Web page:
Frequently asked questions

What is the James Lind Alliance? 

The National Institute for Health Research (NIHR) funds the infrastructure of the James Lind Alliance (JLA) to oversee the processes for Priority Setting Partnerships (PSPs). PSPs aim to help patients, carers and health care professionals work together to agree which are the most important treatment uncertainties affecting their particular interest, in order to influence the prioritisation of future research in that area – in this case problematic knee replacements.

When might patients with problematic knee replacements interact with clinicians?

When a patient experiences problems following knee replacement, they interact further with healthcare professionals at 3 different stages.  Your questions may relate to any aspect of these:

1) Assessment – The patient may be referred to a specialist revision knee surgeon who performs clinical examination and guides further tests or investigations. The findings will help to guide potential further treatment.

2) Management – the patient may be offered further management which may involve further surgery (revision or redo surgery), or non-surgical treatment including physical or drug therapies.

3) Rehabilitation – if revision surgery is performed, there is a period of further rehabilitation.

How did the Partnership come about?

Professor Andrew Toms initially proposed the PSP after discussion with colleagues from Bristol (James Murray & Andrew Porteous) and Oxford (Andrew Price), who have combined to provide leadership for the project. The idea was supported by BASK and BOA.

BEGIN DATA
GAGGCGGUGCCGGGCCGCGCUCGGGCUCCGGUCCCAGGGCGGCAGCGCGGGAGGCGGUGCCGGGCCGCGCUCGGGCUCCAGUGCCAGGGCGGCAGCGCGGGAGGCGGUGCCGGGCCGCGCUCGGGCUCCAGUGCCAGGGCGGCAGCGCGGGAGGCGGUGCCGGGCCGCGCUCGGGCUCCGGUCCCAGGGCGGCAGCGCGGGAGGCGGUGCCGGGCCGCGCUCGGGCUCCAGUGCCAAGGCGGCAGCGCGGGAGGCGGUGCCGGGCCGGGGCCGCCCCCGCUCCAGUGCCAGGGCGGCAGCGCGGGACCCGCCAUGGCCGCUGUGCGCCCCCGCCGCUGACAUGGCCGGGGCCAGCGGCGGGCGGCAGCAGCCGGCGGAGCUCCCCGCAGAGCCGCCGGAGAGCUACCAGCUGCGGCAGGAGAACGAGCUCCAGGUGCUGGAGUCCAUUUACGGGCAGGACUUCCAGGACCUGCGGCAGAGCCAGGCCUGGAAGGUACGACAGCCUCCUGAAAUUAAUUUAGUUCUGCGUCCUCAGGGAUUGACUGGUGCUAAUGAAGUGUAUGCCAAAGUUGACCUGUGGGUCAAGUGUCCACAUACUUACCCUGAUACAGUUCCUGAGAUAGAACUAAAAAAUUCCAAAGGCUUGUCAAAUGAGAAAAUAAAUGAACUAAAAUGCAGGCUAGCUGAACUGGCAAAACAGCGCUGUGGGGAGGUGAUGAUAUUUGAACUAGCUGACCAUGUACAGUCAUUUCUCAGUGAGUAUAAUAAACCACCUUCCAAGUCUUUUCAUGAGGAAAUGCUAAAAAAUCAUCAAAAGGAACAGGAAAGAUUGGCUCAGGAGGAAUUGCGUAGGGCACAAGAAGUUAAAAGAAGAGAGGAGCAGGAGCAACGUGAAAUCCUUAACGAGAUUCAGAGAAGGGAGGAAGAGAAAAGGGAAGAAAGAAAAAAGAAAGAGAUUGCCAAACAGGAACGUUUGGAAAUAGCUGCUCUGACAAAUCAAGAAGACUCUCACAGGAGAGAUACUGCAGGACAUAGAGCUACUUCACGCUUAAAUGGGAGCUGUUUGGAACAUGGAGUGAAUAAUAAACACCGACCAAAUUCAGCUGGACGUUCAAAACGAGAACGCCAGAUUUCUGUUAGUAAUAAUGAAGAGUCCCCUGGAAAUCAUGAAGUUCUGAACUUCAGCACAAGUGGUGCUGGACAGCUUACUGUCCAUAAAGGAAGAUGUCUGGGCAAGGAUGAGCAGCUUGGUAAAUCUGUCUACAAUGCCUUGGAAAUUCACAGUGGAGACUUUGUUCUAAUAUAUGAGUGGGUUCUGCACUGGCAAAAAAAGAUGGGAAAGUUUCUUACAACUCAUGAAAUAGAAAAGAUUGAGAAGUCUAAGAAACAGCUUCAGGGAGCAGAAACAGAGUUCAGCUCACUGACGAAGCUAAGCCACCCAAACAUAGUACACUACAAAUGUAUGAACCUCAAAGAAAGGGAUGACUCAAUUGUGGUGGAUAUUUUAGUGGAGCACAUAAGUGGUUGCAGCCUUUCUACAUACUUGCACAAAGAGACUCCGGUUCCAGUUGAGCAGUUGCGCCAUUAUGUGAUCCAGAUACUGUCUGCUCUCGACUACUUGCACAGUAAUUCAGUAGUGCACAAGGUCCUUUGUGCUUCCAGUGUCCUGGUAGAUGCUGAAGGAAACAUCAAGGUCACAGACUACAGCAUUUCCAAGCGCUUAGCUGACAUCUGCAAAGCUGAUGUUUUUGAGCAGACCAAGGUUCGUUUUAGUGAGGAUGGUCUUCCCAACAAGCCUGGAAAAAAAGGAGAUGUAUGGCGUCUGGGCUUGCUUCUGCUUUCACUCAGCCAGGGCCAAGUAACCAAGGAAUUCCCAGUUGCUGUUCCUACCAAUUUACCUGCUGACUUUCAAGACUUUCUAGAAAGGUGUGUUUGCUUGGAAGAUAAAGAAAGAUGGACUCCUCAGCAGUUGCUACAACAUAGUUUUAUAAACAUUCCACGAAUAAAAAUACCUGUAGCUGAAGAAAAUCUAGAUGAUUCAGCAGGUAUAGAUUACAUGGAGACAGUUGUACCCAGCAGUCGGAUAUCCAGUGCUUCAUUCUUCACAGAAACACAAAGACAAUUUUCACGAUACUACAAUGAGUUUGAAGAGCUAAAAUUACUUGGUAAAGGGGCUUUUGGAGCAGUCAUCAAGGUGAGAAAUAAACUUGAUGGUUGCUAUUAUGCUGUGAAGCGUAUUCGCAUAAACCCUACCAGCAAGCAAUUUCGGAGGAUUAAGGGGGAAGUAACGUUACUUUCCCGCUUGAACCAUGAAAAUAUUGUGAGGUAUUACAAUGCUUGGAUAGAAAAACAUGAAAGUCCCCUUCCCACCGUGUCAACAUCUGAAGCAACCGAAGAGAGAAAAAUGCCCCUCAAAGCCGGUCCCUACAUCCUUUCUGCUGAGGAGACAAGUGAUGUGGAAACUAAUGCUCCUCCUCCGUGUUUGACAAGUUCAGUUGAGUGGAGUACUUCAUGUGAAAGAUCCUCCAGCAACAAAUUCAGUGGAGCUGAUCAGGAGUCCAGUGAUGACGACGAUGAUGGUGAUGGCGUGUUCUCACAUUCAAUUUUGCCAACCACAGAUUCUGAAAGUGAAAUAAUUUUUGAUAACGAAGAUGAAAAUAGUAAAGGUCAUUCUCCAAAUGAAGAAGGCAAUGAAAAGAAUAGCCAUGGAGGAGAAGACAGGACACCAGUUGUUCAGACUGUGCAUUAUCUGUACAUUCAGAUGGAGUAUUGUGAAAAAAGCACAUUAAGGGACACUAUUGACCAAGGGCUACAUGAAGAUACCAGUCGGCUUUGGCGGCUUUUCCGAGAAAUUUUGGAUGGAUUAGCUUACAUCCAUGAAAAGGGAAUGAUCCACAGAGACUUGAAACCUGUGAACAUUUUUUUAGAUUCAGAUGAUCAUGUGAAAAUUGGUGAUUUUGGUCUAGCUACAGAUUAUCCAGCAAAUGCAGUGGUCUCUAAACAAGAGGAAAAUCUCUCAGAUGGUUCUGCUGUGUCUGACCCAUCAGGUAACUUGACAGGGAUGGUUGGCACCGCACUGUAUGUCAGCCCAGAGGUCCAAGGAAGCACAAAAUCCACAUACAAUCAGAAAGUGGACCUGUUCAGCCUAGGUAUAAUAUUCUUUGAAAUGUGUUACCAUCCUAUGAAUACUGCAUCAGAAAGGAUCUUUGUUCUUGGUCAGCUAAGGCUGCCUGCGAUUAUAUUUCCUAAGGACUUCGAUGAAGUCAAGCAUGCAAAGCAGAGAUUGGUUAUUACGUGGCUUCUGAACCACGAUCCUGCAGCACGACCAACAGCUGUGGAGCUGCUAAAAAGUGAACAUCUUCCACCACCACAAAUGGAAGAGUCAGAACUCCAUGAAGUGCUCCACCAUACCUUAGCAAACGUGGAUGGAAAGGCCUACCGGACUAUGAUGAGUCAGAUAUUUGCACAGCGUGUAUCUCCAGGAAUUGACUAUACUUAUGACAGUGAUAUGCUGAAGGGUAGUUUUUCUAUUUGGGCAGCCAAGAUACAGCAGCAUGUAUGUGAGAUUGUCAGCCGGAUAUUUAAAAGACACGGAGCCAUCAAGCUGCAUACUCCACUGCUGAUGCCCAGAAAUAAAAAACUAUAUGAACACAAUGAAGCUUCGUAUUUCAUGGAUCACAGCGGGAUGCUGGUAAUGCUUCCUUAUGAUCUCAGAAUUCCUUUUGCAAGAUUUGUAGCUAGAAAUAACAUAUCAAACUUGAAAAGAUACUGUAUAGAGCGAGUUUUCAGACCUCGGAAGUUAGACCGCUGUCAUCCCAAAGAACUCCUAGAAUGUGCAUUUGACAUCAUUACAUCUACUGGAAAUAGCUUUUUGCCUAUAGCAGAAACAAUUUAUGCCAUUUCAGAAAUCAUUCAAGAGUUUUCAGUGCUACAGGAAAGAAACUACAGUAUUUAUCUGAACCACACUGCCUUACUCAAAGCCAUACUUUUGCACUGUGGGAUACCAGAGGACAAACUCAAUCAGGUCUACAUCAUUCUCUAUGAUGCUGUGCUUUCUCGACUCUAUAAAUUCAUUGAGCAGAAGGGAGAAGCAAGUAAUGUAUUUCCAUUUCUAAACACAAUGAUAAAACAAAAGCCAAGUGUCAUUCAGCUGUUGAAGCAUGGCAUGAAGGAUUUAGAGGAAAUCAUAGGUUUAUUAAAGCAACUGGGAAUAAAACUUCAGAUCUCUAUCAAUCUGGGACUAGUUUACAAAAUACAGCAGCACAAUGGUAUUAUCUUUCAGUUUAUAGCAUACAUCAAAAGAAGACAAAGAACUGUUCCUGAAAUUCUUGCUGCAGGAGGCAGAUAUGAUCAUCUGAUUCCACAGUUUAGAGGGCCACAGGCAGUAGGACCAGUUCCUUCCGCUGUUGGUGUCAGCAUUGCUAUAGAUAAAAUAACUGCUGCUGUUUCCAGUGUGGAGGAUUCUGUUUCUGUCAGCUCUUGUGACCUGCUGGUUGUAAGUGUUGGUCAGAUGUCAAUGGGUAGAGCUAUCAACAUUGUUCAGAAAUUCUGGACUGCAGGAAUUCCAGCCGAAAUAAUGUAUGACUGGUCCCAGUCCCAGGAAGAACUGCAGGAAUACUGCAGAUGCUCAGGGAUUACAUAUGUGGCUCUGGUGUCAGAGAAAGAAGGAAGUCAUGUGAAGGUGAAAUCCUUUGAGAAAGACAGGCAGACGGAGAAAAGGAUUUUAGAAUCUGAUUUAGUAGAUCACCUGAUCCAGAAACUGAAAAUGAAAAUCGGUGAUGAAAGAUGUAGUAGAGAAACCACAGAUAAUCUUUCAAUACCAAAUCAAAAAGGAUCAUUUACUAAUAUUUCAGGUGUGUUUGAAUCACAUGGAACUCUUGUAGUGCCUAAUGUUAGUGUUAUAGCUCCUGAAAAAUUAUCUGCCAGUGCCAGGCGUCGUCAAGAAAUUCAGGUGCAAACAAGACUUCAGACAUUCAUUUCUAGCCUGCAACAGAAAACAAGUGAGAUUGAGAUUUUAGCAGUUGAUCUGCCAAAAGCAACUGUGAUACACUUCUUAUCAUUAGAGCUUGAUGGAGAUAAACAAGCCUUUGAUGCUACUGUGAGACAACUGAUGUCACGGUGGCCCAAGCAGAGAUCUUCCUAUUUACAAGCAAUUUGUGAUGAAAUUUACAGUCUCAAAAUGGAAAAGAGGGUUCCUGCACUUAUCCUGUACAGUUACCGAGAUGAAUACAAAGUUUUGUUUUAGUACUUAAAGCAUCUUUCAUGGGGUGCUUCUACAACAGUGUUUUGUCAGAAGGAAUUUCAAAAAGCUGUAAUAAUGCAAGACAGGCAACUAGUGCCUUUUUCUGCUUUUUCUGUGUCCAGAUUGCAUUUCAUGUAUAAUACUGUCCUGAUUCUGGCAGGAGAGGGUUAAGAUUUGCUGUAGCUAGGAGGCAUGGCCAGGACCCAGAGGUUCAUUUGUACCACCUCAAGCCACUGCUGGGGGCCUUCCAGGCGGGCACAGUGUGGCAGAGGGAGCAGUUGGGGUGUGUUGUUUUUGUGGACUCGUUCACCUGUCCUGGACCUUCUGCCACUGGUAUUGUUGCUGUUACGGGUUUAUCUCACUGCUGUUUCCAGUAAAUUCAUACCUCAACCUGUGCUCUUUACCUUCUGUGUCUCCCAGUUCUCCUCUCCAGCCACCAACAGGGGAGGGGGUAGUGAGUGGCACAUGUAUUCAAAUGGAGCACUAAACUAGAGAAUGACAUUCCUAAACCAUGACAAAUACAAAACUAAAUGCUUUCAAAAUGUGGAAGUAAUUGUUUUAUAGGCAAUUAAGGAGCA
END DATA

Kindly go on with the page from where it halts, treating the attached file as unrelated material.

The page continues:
Who is involved in the Partnership?

Organisations and individuals have been invited to join the PSP representing the following groups:

  • patients who have / had a problematic knee replacement
  • family members, or carers, of someone who has had a problematic knee replacement
  • medical doctors, nurses and professionals allied to medicine with clinical experience of treating patients with problematic knee replacements, particularly but not limited to surgical care practitioners, research nurses, occupational therapist and physiotherapists.

Can other organisations still get involved?

Yes. If your charity or organisation serves people who have experienced problematic knee replacements (as described above) we hope that you will sign up to become a supporting partner of this PSP. 

For more information about joining the Partnership, please contact Mr Johnny Mathews at jlarevisionknee@gmail.com 

Whether you are a partner or not, you can also:

  • promote the Revision Knee Replacement PSP to your members via e-mail, or at events.
  • mention the PSP in your next  newsletter or blog.

How can organisations and the public find out more?

If you have any other queries, or would like to get involved, email the project co-ordinator Mr Johnny Mathews at jlarevisionknee@gmail.com

How is research currently funded and prioritised?

Historically research agendas have been set by researchers, members of industry or funders. Often this is done with examination of the published literature to help identify where the gaps in knowledge are. 

This is sometimes, but not always done with input from patients, carers, and health and social care professionals. 

We want to ensure patients and carers have their say. 

This PSP process will successfully combine the input of patients, carers and health care professionals with a search of the literature.

What will happen to the “top 10” questions?

The “top 10” questions will be publicised in the literature and at meetings where health care professionals, researchers and funders are present. 

PSP will work with its stakeholders and partners to raise awareness of the priorities and try to get them funded as research projects. 

The questions will then be considered by the National Institute of Health Research (NIHR) and other funding organisations when commissioning research